In Shakespeare's Othello, to what extent is Desdemona the victim of powerful individuals in the play?  

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Tamara K. H. eNotes educator| Certified Educator

Desdemona is the victim of three powerful men in the play, Iago Roderigo, and Othello, but she is ultimately the victim of Iago.

When Iago sees Cassio flirting with Desdemona to congratulate her for insulting Iago who was insulting women in general, Iago quickly sees that he can use Cassio's flirtation against him to make him loose his lieutenancy (Act II, Scene 2). The direct victim of Iago's plan is Cassio, however, Iago has made it clear that he hates Othello and is probably willing to take down anyone associated with Othello in order to take revenge, even Desdemona. Thus, Desdemona becomes an indirect victim of Iago's plans.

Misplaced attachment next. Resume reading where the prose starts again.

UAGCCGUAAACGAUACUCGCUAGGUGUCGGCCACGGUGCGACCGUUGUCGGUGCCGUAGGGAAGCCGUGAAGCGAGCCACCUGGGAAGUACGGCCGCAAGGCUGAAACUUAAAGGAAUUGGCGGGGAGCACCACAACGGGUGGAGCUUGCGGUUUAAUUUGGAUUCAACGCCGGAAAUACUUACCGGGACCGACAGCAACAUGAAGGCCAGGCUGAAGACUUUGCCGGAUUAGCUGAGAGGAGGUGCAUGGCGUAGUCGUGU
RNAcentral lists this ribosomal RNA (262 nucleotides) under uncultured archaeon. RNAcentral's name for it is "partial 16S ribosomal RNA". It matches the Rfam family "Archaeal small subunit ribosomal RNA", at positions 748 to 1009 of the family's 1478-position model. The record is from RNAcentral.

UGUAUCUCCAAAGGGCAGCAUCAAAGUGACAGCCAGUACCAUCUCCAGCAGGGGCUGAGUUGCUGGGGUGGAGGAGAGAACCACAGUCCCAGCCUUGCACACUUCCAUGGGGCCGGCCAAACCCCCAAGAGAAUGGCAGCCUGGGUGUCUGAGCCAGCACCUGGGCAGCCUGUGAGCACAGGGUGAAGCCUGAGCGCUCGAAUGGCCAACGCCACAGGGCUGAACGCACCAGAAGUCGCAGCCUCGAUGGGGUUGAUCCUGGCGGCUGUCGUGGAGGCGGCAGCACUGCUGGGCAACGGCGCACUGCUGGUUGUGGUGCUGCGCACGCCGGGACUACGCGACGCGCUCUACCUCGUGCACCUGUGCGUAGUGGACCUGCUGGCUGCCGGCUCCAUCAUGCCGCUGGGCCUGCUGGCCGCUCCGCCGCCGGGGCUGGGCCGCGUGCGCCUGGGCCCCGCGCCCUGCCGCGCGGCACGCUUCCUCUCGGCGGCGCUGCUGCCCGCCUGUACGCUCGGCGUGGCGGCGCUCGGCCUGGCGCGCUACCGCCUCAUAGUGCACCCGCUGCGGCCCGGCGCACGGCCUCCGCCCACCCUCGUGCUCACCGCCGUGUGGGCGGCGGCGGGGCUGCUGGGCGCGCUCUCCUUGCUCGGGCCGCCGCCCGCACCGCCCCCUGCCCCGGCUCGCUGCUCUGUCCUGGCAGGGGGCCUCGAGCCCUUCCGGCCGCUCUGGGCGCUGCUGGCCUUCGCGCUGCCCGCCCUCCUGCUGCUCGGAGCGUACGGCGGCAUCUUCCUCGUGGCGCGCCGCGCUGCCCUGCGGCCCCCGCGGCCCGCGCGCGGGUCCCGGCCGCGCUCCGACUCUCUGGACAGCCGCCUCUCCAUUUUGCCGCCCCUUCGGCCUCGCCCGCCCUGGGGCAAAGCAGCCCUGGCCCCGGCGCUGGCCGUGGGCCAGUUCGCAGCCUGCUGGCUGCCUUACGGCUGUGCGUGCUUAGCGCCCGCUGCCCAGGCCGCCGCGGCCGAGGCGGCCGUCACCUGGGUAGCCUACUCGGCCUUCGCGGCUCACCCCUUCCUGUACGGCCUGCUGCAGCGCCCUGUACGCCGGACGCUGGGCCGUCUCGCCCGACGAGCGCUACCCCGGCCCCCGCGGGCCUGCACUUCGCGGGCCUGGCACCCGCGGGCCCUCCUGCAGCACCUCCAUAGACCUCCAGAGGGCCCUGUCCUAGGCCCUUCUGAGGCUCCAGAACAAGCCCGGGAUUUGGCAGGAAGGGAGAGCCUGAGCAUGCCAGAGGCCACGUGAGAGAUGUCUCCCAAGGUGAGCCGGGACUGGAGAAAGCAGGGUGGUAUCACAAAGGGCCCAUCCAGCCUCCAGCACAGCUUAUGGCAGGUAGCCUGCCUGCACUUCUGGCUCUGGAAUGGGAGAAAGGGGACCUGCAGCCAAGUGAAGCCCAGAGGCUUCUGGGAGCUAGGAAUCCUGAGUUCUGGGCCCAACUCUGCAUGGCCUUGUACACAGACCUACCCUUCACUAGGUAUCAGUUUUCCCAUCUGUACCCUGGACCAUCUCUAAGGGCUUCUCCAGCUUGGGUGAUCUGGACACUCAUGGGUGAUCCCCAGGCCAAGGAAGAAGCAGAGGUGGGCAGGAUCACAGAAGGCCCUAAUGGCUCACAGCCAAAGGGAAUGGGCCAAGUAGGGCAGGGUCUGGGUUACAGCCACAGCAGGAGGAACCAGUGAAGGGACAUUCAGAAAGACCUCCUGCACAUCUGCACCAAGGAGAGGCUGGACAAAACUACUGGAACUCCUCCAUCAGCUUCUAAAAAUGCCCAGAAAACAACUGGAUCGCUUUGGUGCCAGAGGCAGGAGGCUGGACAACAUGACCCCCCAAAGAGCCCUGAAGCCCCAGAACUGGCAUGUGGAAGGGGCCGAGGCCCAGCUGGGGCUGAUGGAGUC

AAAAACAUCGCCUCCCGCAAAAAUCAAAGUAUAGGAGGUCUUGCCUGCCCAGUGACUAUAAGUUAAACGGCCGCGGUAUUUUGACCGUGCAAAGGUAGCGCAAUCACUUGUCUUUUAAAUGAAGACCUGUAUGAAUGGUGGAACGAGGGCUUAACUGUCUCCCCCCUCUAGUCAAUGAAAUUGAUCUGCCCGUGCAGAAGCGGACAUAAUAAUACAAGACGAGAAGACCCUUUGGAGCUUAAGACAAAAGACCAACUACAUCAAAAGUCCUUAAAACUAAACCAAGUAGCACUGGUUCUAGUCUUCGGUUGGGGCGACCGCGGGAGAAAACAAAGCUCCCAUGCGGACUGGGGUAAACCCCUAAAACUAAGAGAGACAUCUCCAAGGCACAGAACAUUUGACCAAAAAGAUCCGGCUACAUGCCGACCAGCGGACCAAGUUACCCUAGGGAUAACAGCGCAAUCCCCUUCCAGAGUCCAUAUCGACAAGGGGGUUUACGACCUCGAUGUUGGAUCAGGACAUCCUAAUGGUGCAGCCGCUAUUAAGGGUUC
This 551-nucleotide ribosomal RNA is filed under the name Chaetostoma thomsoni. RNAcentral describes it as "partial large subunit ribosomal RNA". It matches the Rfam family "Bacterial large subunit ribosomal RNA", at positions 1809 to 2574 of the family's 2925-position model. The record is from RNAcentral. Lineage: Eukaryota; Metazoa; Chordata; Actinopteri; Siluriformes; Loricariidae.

Desdemona is also the victim of Roderigo in that Roderigo wanted to marry her instead and is willing to plot with Iago to try and break up the marriage. Iago uses Roderigo as an instrument to anger Cassio, whom Roderigo believes Desdemona may have an affair with, and start a fight that results in Cassio being stripped of his lieutenancy.

Finally, Desdemona is the victim of Othello who suffocates her because Iago has led him to believe that Desdemona is having an affair with Cassio. Iago set up the belief by first having Cassio ask Desdemona to plead Othello for Cassio's lieutenancy back, and secondly by planting Desdemona's handkerchief, a gift from Othello, in Cassio's room.